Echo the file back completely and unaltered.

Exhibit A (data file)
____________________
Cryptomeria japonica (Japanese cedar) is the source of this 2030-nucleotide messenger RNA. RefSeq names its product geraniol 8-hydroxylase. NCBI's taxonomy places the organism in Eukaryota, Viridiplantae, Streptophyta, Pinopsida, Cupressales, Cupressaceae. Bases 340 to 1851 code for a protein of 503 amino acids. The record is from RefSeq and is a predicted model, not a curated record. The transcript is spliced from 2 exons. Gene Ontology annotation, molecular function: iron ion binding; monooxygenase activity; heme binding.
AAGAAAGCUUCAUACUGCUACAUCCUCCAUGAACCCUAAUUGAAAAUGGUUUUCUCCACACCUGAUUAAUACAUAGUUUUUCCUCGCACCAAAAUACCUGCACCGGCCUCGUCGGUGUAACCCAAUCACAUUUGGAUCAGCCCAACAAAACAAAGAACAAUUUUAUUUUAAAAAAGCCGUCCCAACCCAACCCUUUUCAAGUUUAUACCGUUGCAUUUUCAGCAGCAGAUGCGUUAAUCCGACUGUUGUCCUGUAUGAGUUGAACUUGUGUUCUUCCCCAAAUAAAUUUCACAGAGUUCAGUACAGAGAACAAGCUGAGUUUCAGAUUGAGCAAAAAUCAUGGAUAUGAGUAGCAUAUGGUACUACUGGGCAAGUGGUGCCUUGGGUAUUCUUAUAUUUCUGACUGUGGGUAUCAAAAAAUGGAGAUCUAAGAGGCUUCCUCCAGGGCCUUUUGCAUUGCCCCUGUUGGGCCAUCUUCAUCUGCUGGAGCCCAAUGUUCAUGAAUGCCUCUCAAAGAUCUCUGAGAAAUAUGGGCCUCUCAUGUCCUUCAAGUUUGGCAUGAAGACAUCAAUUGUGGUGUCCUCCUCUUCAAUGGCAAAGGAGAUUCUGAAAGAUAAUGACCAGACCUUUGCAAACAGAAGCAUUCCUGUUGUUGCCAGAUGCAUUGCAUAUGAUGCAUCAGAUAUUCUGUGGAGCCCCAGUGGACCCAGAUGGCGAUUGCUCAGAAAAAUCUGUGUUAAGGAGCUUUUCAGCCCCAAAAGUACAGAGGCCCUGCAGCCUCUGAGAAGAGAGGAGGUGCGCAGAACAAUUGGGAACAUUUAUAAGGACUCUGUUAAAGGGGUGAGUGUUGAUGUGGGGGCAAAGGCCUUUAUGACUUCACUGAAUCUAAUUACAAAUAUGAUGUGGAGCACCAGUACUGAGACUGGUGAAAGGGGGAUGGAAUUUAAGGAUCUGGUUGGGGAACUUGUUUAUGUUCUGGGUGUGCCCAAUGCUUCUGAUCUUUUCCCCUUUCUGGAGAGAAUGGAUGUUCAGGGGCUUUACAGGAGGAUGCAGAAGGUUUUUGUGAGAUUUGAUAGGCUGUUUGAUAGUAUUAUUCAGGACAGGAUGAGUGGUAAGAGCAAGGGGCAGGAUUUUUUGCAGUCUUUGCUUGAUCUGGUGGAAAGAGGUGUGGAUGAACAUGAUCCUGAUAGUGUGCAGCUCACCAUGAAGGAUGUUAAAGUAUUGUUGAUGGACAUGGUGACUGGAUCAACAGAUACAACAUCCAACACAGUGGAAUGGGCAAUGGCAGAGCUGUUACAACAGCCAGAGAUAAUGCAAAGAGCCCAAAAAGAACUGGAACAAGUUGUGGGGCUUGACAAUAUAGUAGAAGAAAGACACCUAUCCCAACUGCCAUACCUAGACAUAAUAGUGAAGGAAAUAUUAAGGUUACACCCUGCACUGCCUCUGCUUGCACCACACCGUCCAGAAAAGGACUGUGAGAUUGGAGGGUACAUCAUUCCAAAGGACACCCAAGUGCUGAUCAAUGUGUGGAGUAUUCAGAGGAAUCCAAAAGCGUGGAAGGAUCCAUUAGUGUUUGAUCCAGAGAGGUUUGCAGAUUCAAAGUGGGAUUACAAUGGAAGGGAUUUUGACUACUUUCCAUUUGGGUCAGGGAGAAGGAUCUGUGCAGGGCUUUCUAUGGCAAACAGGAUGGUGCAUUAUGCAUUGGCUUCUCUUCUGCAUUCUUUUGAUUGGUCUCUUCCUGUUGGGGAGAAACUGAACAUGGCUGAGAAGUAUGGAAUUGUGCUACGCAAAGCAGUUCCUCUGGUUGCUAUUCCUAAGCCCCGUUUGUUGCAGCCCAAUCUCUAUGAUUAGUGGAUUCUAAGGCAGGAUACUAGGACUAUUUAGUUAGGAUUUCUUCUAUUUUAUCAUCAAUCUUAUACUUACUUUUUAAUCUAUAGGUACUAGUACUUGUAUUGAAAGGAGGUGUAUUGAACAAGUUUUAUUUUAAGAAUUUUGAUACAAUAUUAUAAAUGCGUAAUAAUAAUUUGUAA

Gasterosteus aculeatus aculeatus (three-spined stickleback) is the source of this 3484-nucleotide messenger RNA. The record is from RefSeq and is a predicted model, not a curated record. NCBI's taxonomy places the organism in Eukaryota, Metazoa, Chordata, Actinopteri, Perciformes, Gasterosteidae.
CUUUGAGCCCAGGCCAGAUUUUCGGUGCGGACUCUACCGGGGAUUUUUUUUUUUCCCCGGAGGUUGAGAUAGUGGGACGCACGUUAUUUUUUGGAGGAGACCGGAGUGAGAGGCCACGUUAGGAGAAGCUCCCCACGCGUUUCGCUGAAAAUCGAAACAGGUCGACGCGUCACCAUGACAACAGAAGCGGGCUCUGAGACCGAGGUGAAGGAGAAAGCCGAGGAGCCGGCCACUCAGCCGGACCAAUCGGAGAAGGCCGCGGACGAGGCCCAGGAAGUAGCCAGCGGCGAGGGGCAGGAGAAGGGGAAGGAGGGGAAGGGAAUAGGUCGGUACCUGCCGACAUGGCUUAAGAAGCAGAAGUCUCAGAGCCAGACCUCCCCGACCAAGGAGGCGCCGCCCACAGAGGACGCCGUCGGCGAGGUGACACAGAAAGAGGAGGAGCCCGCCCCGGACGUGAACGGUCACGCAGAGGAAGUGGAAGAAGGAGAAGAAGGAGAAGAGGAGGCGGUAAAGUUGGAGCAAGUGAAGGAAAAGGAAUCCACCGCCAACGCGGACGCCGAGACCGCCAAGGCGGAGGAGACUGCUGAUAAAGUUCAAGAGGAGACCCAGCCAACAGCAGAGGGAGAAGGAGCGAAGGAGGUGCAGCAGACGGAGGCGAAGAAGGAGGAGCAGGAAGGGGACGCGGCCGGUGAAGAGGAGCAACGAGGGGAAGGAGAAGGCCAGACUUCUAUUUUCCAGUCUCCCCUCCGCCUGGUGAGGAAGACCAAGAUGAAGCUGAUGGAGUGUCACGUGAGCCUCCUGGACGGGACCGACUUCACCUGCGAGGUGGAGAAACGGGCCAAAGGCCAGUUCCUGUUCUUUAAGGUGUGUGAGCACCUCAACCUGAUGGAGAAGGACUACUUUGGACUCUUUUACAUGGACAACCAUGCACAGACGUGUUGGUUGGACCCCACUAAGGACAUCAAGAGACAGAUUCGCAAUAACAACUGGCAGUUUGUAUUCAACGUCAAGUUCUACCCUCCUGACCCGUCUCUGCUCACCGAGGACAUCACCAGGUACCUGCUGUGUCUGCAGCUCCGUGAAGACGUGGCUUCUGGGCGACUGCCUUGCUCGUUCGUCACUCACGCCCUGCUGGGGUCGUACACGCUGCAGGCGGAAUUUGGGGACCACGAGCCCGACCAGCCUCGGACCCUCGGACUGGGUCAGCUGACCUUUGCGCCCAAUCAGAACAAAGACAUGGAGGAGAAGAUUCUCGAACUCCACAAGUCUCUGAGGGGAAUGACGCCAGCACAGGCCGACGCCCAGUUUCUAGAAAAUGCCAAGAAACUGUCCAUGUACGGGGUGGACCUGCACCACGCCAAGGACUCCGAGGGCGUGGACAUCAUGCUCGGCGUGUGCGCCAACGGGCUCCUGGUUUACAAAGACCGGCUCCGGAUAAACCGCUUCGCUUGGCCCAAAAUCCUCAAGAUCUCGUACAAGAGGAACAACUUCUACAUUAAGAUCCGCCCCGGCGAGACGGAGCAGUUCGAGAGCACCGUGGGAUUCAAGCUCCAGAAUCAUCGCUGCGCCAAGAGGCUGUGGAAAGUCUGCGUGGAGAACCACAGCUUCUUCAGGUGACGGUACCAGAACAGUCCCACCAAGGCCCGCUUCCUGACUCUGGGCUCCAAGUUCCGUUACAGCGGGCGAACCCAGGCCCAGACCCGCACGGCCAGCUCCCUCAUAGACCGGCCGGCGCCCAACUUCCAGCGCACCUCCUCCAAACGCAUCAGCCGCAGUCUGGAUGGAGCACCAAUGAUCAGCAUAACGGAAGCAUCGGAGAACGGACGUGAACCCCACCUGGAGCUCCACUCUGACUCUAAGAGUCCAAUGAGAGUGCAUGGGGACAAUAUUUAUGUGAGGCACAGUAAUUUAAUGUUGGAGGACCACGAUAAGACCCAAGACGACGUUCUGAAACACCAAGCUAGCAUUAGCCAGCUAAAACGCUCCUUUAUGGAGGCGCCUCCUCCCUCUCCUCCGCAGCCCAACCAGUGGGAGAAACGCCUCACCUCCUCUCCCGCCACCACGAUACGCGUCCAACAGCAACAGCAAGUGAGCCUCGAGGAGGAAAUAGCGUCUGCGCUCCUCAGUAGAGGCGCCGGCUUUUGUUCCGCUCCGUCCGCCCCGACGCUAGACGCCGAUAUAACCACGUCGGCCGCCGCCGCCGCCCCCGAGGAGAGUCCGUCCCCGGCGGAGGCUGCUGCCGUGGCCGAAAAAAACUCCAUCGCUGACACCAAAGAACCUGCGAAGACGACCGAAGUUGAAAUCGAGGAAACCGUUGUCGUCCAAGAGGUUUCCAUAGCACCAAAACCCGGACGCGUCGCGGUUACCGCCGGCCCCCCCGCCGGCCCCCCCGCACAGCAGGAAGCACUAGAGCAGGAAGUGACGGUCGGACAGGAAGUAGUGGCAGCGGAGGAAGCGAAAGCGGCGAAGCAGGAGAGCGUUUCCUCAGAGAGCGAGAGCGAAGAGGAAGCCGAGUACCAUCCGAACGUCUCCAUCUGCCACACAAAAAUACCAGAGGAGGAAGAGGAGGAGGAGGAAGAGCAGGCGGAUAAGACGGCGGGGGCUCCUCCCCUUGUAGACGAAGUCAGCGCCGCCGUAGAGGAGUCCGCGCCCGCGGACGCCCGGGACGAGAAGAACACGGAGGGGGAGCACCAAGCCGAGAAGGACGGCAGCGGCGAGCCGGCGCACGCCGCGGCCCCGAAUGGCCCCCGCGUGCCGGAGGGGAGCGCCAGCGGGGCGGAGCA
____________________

Cryptomeria japonica (Japanese cedar) is the source of this 2030-nucleotide messenger RNA. RefSeq names its product geraniol 8-hydroxylase. NCBI's taxonomy places the organism in Eukaryota, Viridiplantae, Streptophyta, Pinopsida, Cupressales, Cupressaceae. Bases 340 to 1851 code for a protein of 503 amino acids. The record is from RefSeq and is a predicted model, not a curated record. The transcript is spliced from 2 exons. Gene Ontology annotation, molecular function: iron ion binding; monooxygenase activity; heme binding.
AAGAAAGCUUCAUACUGCUACAUCCUCCAUGAACCCUAAUUGAAAAUGGUUUUCUCCACACCUGAUUAAUACAUAGUUUUUCCUCGCACCAAAAUACCUGCACCGGCCUCGUCGGUGUAACCCAAUCACAUUUGGAUCAGCCCAACAAAACAAAGAACAAUUUUAUUUUAAAAAAGCCGUCCCAACCCAACCCUUUUCAAGUUUAUACCGUUGCAUUUUCAGCAGCAGAUGCGUUAAUCCGACUGUUGUCCUGUAUGAGUUGAACUUGUGUUCUUCCCCAAAUAAAUUUCACAGAGUUCAGUACAGAGAACAAGCUGAGUUUCAGAUUGAGCAAAAAUCAUGGAUAUGAGUAGCAUAUGGUACUACUGGGCAAGUGGUGCCUUGGGUAUUCUUAUAUUUCUGACUGUGGGUAUCAAAAAAUGGAGAUCUAAGAGGCUUCCUCCAGGGCCUUUUGCAUUGCCCCUGUUGGGCCAUCUUCAUCUGCUGGAGCCCAAUGUUCAUGAAUGCCUCUCAAAGAUCUCUGAGAAAUAUGGGCCUCUCAUGUCCUUCAAGUUUGGCAUGAAGACAUCAAUUGUGGUGUCCUCCUCUUCAAUGGCAAAGGAGAUUCUGAAAGAUAAUGACCAGACCUUUGCAAACAGAAGCAUUCCUGUUGUUGCCAGAUGCAUUGCAUAUGAUGCAUCAGAUAUUCUGUGGAGCCCCAGUGGACCCAGAUGGCGAUUGCUCAGAAAAAUCUGUGUUAAGGAGCUUUUCAGCCCCAAAAGUACAGAGGCCCUGCAGCCUCUGAGAAGAGAGGAGGUGCGCAGAACAAUUGGGAACAUUUAUAAGGACUCUGUUAAAGGGGUGAGUGUUGAUGUGGGGGCAAAGGCCUUUAUGACUUCACUGAAUCUAAUUACAAAUAUGAUGUGGAGCACCAGUACUGAGACUGGUGAAAGGGGGAUGGAAUUUAAGGAUCUGGUUGGGGAACUUGUUUAUGUUCUGGGUGUGCCCAAUGCUUCUGAUCUUUUCCCCUUUCUGGAGAGAAUGGAUGUUCAGGGGCUUUACAGGAGGAUGCAGAAGGUUUUUGUGAGAUUUGAUAGGCUGUUUGAUAGUAUUAUUCAGGACAGGAUGAGUGGUAAGAGCAAGGGGCAGGAUUUUUUGCAGUCUUUGCUUGAUCUGGUGGAAAGAGGUGUGGAUGAACAUGAUCCUGAUAGUGUGCAGCUCACCAUGAAGGAUGUUAAAGUAUUGUUGAUGGACAUGGUGACUGGAUCAACAGAUACAACAUCCAACACAGUGGAAUGGGCAAUGGCAGAGCUGUUACAACAGCCAGAGAUAAUGCAAAGAGCCCAAAAAGAACUGGAACAAGUUGUGGGGCUUGACAAUAUAGUAGAAGAAAGACACCUAUCCCAACUGCCAUACCUAGACAUAAUAGUGAAGGAAAUAUUAAGGUUACACCCUGCACUGCCUCUGCUUGCACCACACCGUCCAGAAAAGGACUGUGAGAUUGGAGGGUACAUCAUUCCAAAGGACACCCAAGUGCUGAUCAAUGUGUGGAGUAUUCAGAGGAAUCCAAAAGCGUGGAAGGAUCCAUUAGUGUUUGAUCCAGAGAGGUUUGCAGAUUCAAAGUGGGAUUACAAUGGAAGGGAUUUUGACUACUUUCCAUUUGGGUCAGGGAGAAGGAUCUGUGCAGGGCUUUCUAUGGCAAACAGGAUGGUGCAUUAUGCAUUGGCUUCUCUUCUGCAUUCUUUUGAUUGGUCUCUUCCUGUUGGGGAGAAACUGAACAUGGCUGAGAAGUAUGGAAUUGUGCUACGCAAAGCAGUUCCUCUGGUUGCUAUUCCUAAGCCCCGUUUGUUGCAGCCCAAUCUCUAUGAUUAGUGGAUUCUAAGGCAGGAUACUAGGACUAUUUAGUUAGGAUUUCUUCUAUUUUAUCAUCAAUCUUAUACUUACUUUUUAAUCUAUAGGUACUAGUACUUGUAUUGAAAGGAGGUGUAUUGAACAAGUUUUAUUUUAAGAAUUUUGAUACAAUAUUAUAAAUGCGUAAUAAUAAUUUGUAA

Gasterosteus aculeatus aculeatus (three-spined stickleback) is the source of this 3484-nucleotide messenger RNA. The record is from RefSeq and is a predicted model, not a curated record. NCBI's taxonomy places the organism in Eukaryota, Metazoa, Chordata, Actinopteri, Perciformes, Gasterosteidae.
CUUUGAGCCCAGGCCAGAUUUUCGGUGCGGACUCUACCGGGGAUUUUUUUUUUUCCCCGGAGGUUGAGAUAGUGGGACGCACGUUAUUUUUUGGAGGAGACCGGAGUGAGAGGCCACGUUAGGAGAAGCUCCCCACGCGUUUCGCUGAAAAUCGAAACAGGUCGACGCGUCACCAUGACAACAGAAGCGGGCUCUGAGACCGAGGUGAAGGAGAAAGCCGAGGAGCCGGCCACUCAGCCGGACCAAUCGGAGAAGGCCGCGGACGAGGCCCAGGAAGUAGCCAGCGGCGAGGGGCAGGAGAAGGGGAAGGAGGGGAAGGGAAUAGGUCGGUACCUGCCGACAUGGCUUAAGAAGCAGAAGUCUCAGAGCCAGACCUCCCCGACCAAGGAGGCGCCGCCCACAGAGGACGCCGUCGGCGAGGUGACACAGAAAGAGGAGGAGCCCGCCCCGGACGUGAACGGUCACGCAGAGGAAGUGGAAGAAGGAGAAGAAGGAGAAGAGGAGGCGGUAAAGUUGGAGCAAGUGAAGGAAAAGGAAUCCACCGCCAACGCGGACGCCGAGACCGCCAAGGCGGAGGAGACUGCUGAUAAAGUUCAAGAGGAGACCCAGCCAACAGCAGAGGGAGAAGGAGCGAAGGAGGUGCAGCAGACGGAGGCGAAGAAGGAGGAGCAGGAAGGGGACGCGGCCGGUGAAGAGGAGCAACGAGGGGAAGGAGAAGGCCAGACUUCUAUUUUCCAGUCUCCCCUCCGCCUGGUGAGGAAGACCAAGAUGAAGCUGAUGGAGUGUCACGUGAGCCUCCUGGACGGGACCGACUUCACCUGCGAGGUGGAGAAACGGGCCAAAGGCCAGUUCCUGUUCUUUAAGGUGUGUGAGCACCUCAACCUGAUGGAGAAGGACUACUUUGGACUCUUUUACAUGGACAACCAUGCACAGACGUGUUGGUUGGACCCCACUAAGGACAUCAAGAGACAGAUUCGCAAUAACAACUGGCAGUUUGUAUUCAACGUCAAGUUCUACCCUCCUGACCCGUCUCUGCUCACCGAGGACAUCACCAGGUACCUGCUGUGUCUGCAGCUCCGUGAAGACGUGGCUUCUGGGCGACUGCCUUGCUCGUUCGUCACUCACGCCCUGCUGGGGUCGUACACGCUGCAGGCGGAAUUUGGGGACCACGAGCCCGACCAGCCUCGGACCCUCGGACUGGGUCAGCUGACCUUUGCGCCCAAUCAGAACAAAGACAUGGAGGAGAAGAUUCUCGAACUCCACAAGUCUCUGAGGGGAAUGACGCCAGCACAGGCCGACGCCCAGUUUCUAGAAAAUGCCAAGAAACUGUCCAUGUACGGGGUGGACCUGCACCACGCCAAGGACUCCGAGGGCGUGGACAUCAUGCUCGGCGUGUGCGCCAACGGGCUCCUGGUUUACAAAGACCGGCUCCGGAUAAACCGCUUCGCUUGGCCCAAAAUCCUCAAGAUCUCGUACAAGAGGAACAACUUCUACAUUAAGAUCCGCCCCGGCGAGACGGAGCAGUUCGAGAGCACCGUGGGAUUCAAGCUCCAGAAUCAUCGCUGCGCCAAGAGGCUGUGGAAAGUCUGCGUGGAGAACCACAGCUUCUUCAGGUGACGGUACCAGAACAGUCCCACCAAGGCCCGCUUCCUGACUCUGGGCUCCAAGUUCCGUUACAGCGGGCGAACCCAGGCCCAGACCCGCACGGCCAGCUCCCUCAUAGACCGGCCGGCGCCCAACUUCCAGCGCACCUCCUCCAAACGCAUCAGCCGCAGUCUGGAUGGAGCACCAAUGAUCAGCAUAACGGAAGCAUCGGAGAACGGACGUGAACCCCACCUGGAGCUCCACUCUGACUCUAAGAGUCCAAUGAGAGUGCAUGGGGACAAUAUUUAUGUGAGGCACAGUAAUUUAAUGUUGGAGGACCACGAUAAGACCCAAGACGACGUUCUGAAACACCAAGCUAGCAUUAGCCAGCUAAAACGCUCCUUUAUGGAGGCGCCUCCUCCCUCUCCUCCGCAGCCCAACCAGUGGGAGAAACGCCUCACCUCCUCUCCCGCCACCACGAUACGCGUCCAACAGCAACAGCAAGUGAGCCUCGAGGAGGAAAUAGCGUCUGCGCUCCUCAGUAGAGGCGCCGGCUUUUGUUCCGCUCCGUCCGCCCCGACGCUAGACGCCGAUAUAACCACGUCGGCCGCCGCCGCCGCCCCCGAGGAGAGUCCGUCCCCGGCGGAGGCUGCUGCCGUGGCCGAAAAAAACUCCAUCGCUGACACCAAAGAACCUGCGAAGACGACCGAAGUUGAAAUCGAGGAAACCGUUGUCGUCCAAGAGGUUUCCAUAGCACCAAAACCCGGACGCGUCGCGGUUACCGCCGGCCCCCCCGCCGGCCCCCCCGCACAGCAGGAAGCACUAGAGCAGGAAGUGACGGUCGGACAGGAAGUAGUGGCAGCGGAGGAAGCGAAAGCGGCGAAGCAGGAGAGCGUUUCCUCAGAGAGCGAGAGCGAAGAGGAAGCCGAGUACCAUCCGAACGUCUCCAUCUGCCACACAAAAAUACCAGAGGAGGAAGAGGAGGAGGAGGAAGAGCAGGCGGAUAAGACGGCGGGGGCUCCUCCCCUUGUAGACGAAGUCAGCGCCGCCGUAGAGGAGUCCGCGCCCGCGGACGCCCGGGACGAGAAGAACACGGAGGGGGAGCACCAAGCCGAGAAGGACGGCAGCGGCGAGCCGGCGCACGCCGCGGCCCCGAAUGGCCCCCGCGUGCCGGAGGGGAGCGCCAGCGGGGCGGAGCA